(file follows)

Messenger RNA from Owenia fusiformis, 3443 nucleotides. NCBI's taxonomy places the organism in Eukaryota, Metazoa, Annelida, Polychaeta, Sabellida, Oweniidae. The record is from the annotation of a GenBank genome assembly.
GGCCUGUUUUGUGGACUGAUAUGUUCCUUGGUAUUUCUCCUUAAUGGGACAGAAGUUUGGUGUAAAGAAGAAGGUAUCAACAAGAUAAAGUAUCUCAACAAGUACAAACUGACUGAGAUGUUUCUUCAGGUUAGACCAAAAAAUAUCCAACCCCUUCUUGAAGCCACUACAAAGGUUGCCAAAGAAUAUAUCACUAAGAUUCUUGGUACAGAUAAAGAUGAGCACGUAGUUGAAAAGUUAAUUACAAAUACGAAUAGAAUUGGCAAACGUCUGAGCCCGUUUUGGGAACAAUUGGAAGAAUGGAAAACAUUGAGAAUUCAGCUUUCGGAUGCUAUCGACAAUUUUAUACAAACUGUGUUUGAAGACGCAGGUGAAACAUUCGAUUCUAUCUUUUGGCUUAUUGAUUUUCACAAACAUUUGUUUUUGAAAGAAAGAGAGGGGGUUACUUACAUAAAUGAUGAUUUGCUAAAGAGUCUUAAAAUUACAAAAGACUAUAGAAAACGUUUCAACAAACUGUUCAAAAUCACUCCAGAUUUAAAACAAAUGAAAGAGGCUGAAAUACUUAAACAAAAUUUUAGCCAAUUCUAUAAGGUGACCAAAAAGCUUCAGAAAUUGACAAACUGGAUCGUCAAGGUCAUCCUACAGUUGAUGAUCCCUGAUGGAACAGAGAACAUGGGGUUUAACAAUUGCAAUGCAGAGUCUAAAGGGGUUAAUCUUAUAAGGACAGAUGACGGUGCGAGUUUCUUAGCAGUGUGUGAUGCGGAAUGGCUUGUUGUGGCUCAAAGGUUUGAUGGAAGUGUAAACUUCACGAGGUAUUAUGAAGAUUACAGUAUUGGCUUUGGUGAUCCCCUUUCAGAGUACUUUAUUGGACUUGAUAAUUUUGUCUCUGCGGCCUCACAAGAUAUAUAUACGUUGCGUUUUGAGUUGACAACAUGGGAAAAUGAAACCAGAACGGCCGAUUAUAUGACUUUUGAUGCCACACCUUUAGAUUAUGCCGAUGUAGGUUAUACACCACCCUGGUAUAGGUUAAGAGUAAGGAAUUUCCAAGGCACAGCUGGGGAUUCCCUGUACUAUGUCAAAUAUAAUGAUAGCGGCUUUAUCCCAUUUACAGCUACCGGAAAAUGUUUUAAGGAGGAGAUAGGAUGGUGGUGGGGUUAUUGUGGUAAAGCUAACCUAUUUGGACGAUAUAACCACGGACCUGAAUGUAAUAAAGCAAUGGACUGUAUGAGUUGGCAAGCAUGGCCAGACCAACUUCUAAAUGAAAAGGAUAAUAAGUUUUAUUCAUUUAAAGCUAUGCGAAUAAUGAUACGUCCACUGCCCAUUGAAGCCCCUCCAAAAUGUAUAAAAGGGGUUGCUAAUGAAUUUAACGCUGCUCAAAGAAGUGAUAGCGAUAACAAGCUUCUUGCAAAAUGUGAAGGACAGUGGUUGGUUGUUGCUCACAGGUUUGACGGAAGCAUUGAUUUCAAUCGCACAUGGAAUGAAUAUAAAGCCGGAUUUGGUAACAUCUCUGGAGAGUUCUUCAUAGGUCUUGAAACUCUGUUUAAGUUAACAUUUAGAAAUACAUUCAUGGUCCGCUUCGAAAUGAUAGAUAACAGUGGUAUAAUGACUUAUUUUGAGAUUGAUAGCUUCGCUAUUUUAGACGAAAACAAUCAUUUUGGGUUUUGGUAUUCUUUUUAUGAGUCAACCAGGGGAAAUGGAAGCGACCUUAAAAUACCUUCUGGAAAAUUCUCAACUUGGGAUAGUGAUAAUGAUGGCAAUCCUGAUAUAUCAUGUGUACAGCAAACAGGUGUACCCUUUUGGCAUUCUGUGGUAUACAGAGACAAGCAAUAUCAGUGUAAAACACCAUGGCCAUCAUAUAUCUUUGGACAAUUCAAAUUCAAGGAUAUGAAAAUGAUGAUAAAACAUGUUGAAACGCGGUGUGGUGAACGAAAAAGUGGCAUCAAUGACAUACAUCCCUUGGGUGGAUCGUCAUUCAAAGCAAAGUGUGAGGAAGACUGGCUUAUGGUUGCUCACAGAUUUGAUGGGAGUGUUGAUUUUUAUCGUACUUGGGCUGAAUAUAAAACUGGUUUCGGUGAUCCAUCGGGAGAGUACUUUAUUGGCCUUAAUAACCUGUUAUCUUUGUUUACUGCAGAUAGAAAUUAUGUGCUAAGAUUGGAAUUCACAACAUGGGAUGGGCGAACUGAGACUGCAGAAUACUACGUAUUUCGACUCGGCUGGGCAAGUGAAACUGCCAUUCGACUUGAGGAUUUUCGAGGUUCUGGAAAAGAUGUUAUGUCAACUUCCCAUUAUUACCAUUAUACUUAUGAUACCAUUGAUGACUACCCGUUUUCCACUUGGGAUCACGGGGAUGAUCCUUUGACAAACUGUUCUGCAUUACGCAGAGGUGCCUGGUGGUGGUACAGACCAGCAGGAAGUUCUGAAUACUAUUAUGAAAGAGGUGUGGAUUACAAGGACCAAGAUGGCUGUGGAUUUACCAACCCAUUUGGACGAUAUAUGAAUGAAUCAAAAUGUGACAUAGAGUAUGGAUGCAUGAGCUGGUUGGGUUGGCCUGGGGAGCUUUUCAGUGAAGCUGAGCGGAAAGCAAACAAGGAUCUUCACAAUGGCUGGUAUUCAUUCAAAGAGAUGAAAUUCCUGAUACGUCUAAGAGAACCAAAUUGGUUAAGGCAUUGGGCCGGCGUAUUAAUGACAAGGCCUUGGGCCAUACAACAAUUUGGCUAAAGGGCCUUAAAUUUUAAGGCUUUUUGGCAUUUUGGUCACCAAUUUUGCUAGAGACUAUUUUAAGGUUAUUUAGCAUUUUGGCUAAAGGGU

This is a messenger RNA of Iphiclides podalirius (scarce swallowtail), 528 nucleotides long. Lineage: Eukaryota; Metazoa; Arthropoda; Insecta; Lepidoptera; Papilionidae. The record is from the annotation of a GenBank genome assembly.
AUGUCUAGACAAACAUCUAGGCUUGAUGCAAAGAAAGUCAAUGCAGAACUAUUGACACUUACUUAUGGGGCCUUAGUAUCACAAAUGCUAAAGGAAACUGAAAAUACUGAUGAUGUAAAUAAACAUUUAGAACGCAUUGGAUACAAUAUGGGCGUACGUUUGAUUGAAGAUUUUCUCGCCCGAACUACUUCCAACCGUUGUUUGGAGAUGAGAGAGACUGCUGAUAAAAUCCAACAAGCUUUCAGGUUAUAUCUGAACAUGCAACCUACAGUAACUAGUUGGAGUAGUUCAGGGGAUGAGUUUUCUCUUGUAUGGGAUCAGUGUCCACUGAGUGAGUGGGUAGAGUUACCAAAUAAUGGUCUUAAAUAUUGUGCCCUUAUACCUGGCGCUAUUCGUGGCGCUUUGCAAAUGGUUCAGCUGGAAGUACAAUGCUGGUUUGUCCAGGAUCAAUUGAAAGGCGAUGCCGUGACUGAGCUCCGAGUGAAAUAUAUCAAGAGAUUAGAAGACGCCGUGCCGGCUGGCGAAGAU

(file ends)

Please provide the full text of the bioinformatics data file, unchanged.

Messenger RNA from Owenia fusiformis, 3443 nucleotides. NCBI's taxonomy places the organism in Eukaryota, Metazoa, Annelida, Polychaeta, Sabellida, Oweniidae. The record is from the annotation of a GenBank genome assembly.
GGCCUGUUUUGUGGACUGAUAUGUUCCUUGGUAUUUCUCCUUAAUGGGACAGAAGUUUGGUGUAAAGAAGAAGGUAUCAACAAGAUAAAGUAUCUCAACAAGUACAAACUGACUGAGAUGUUUCUUCAGGUUAGACCAAAAAAUAUCCAACCCCUUCUUGAAGCCACUACAAAGGUUGCCAAAGAAUAUAUCACUAAGAUUCUUGGUACAGAUAAAGAUGAGCACGUAGUUGAAAAGUUAAUUACAAAUACGAAUAGAAUUGGCAAACGUCUGAGCCCGUUUUGGGAACAAUUGGAAGAAUGGAAAACAUUGAGAAUUCAGCUUUCGGAUGCUAUCGACAAUUUUAUACAAACUGUGUUUGAAGACGCAGGUGAAACAUUCGAUUCUAUCUUUUGGCUUAUUGAUUUUCACAAACAUUUGUUUUUGAAAGAAAGAGAGGGGGUUACUUACAUAAAUGAUGAUUUGCUAAAGAGUCUUAAAAUUACAAAAGACUAUAGAAAACGUUUCAACAAACUGUUCAAAAUCACUCCAGAUUUAAAACAAAUGAAAGAGGCUGAAAUACUUAAACAAAAUUUUAGCCAAUUCUAUAAGGUGACCAAAAAGCUUCAGAAAUUGACAAACUGGAUCGUCAAGGUCAUCCUACAGUUGAUGAUCCCUGAUGGAACAGAGAACAUGGGGUUUAACAAUUGCAAUGCAGAGUCUAAAGGGGUUAAUCUUAUAAGGACAGAUGACGGUGCGAGUUUCUUAGCAGUGUGUGAUGCGGAAUGGCUUGUUGUGGCUCAAAGGUUUGAUGGAAGUGUAAACUUCACGAGGUAUUAUGAAGAUUACAGUAUUGGCUUUGGUGAUCCCCUUUCAGAGUACUUUAUUGGACUUGAUAAUUUUGUCUCUGCGGCCUCACAAGAUAUAUAUACGUUGCGUUUUGAGUUGACAACAUGGGAAAAUGAAACCAGAACGGCCGAUUAUAUGACUUUUGAUGCCACACCUUUAGAUUAUGCCGAUGUAGGUUAUACACCACCCUGGUAUAGGUUAAGAGUAAGGAAUUUCCAAGGCACAGCUGGGGAUUCCCUGUACUAUGUCAAAUAUAAUGAUAGCGGCUUUAUCCCAUUUACAGCUACCGGAAAAUGUUUUAAGGAGGAGAUAGGAUGGUGGUGGGGUUAUUGUGGUAAAGCUAACCUAUUUGGACGAUAUAACCACGGACCUGAAUGUAAUAAAGCAAUGGACUGUAUGAGUUGGCAAGCAUGGCCAGACCAACUUCUAAAUGAAAAGGAUAAUAAGUUUUAUUCAUUUAAAGCUAUGCGAAUAAUGAUACGUCCACUGCCCAUUGAAGCCCCUCCAAAAUGUAUAAAAGGGGUUGCUAAUGAAUUUAACGCUGCUCAAAGAAGUGAUAGCGAUAACAAGCUUCUUGCAAAAUGUGAAGGACAGUGGUUGGUUGUUGCUCACAGGUUUGACGGAAGCAUUGAUUUCAAUCGCACAUGGAAUGAAUAUAAAGCCGGAUUUGGUAACAUCUCUGGAGAGUUCUUCAUAGGUCUUGAAACUCUGUUUAAGUUAACAUUUAGAAAUACAUUCAUGGUCCGCUUCGAAAUGAUAGAUAACAGUGGUAUAAUGACUUAUUUUGAGAUUGAUAGCUUCGCUAUUUUAGACGAAAACAAUCAUUUUGGGUUUUGGUAUUCUUUUUAUGAGUCAACCAGGGGAAAUGGAAGCGACCUUAAAAUACCUUCUGGAAAAUUCUCAACUUGGGAUAGUGAUAAUGAUGGCAAUCCUGAUAUAUCAUGUGUACAGCAAACAGGUGUACCCUUUUGGCAUUCUGUGGUAUACAGAGACAAGCAAUAUCAGUGUAAAACACCAUGGCCAUCAUAUAUCUUUGGACAAUUCAAAUUCAAGGAUAUGAAAAUGAUGAUAAAACAUGUUGAAACGCGGUGUGGUGAACGAAAAAGUGGCAUCAAUGACAUACAUCCCUUGGGUGGAUCGUCAUUCAAAGCAAAGUGUGAGGAAGACUGGCUUAUGGUUGCUCACAGAUUUGAUGGGAGUGUUGAUUUUUAUCGUACUUGGGCUGAAUAUAAAACUGGUUUCGGUGAUCCAUCGGGAGAGUACUUUAUUGGCCUUAAUAACCUGUUAUCUUUGUUUACUGCAGAUAGAAAUUAUGUGCUAAGAUUGGAAUUCACAACAUGGGAUGGGCGAACUGAGACUGCAGAAUACUACGUAUUUCGACUCGGCUGGGCAAGUGAAACUGCCAUUCGACUUGAGGAUUUUCGAGGUUCUGGAAAAGAUGUUAUGUCAACUUCCCAUUAUUACCAUUAUACUUAUGAUACCAUUGAUGACUACCCGUUUUCCACUUGGGAUCACGGGGAUGAUCCUUUGACAAACUGUUCUGCAUUACGCAGAGGUGCCUGGUGGUGGUACAGACCAGCAGGAAGUUCUGAAUACUAUUAUGAAAGAGGUGUGGAUUACAAGGACCAAGAUGGCUGUGGAUUUACCAACCCAUUUGGACGAUAUAUGAAUGAAUCAAAAUGUGACAUAGAGUAUGGAUGCAUGAGCUGGUUGGGUUGGCCUGGGGAGCUUUUCAGUGAAGCUGAGCGGAAAGCAAACAAGGAUCUUCACAAUGGCUGGUAUUCAUUCAAAGAGAUGAAAUUCCUGAUACGUCUAAGAGAACCAAAUUGGUUAAGGCAUUGGGCCGGCGUAUUAAUGACAAGGCCUUGGGCCAUACAACAAUUUGGCUAAAGGGCCUUAAAUUUUAAGGCUUUUUGGCAUUUUGGUCACCAAUUUUGCUAGAGACUAUUUUAAGGUUAUUUAGCAUUUUGGCUAAAGGGU

This is a messenger RNA of Iphiclides podalirius (scarce swallowtail), 528 nucleotides long. Lineage: Eukaryota; Metazoa; Arthropoda; Insecta; Lepidoptera; Papilionidae. The record is from the annotation of a GenBank genome assembly.
AUGUCUAGACAAACAUCUAGGCUUGAUGCAAAGAAAGUCAAUGCAGAACUAUUGACACUUACUUAUGGGGCCUUAGUAUCACAAAUGCUAAAGGAAACUGAAAAUACUGAUGAUGUAAAUAAACAUUUAGAACGCAUUGGAUACAAUAUGGGCGUACGUUUGAUUGAAGAUUUUCUCGCCCGAACUACUUCCAACCGUUGUUUGGAGAUGAGAGAGACUGCUGAUAAAAUCCAACAAGCUUUCAGGUUAUAUCUGAACAUGCAACCUACAGUAACUAGUUGGAGUAGUUCAGGGGAUGAGUUUUCUCUUGUAUGGGAUCAGUGUCCACUGAGUGAGUGGGUAGAGUUACCAAAUAAUGGUCUUAAAUAUUGUGCCCUUAUACCUGGCGCUAUUCGUGGCGCUUUGCAAAUGGUUCAGCUGGAAGUACAAUGCUGGUUUGUCCAGGAUCAAUUGAAAGGCGAUGCCGUGACUGAGCUCCGAGUGAAAUAUAUCAAGAGAUUAGAAGACGCCGUGCCGGCUGGCGAAGAU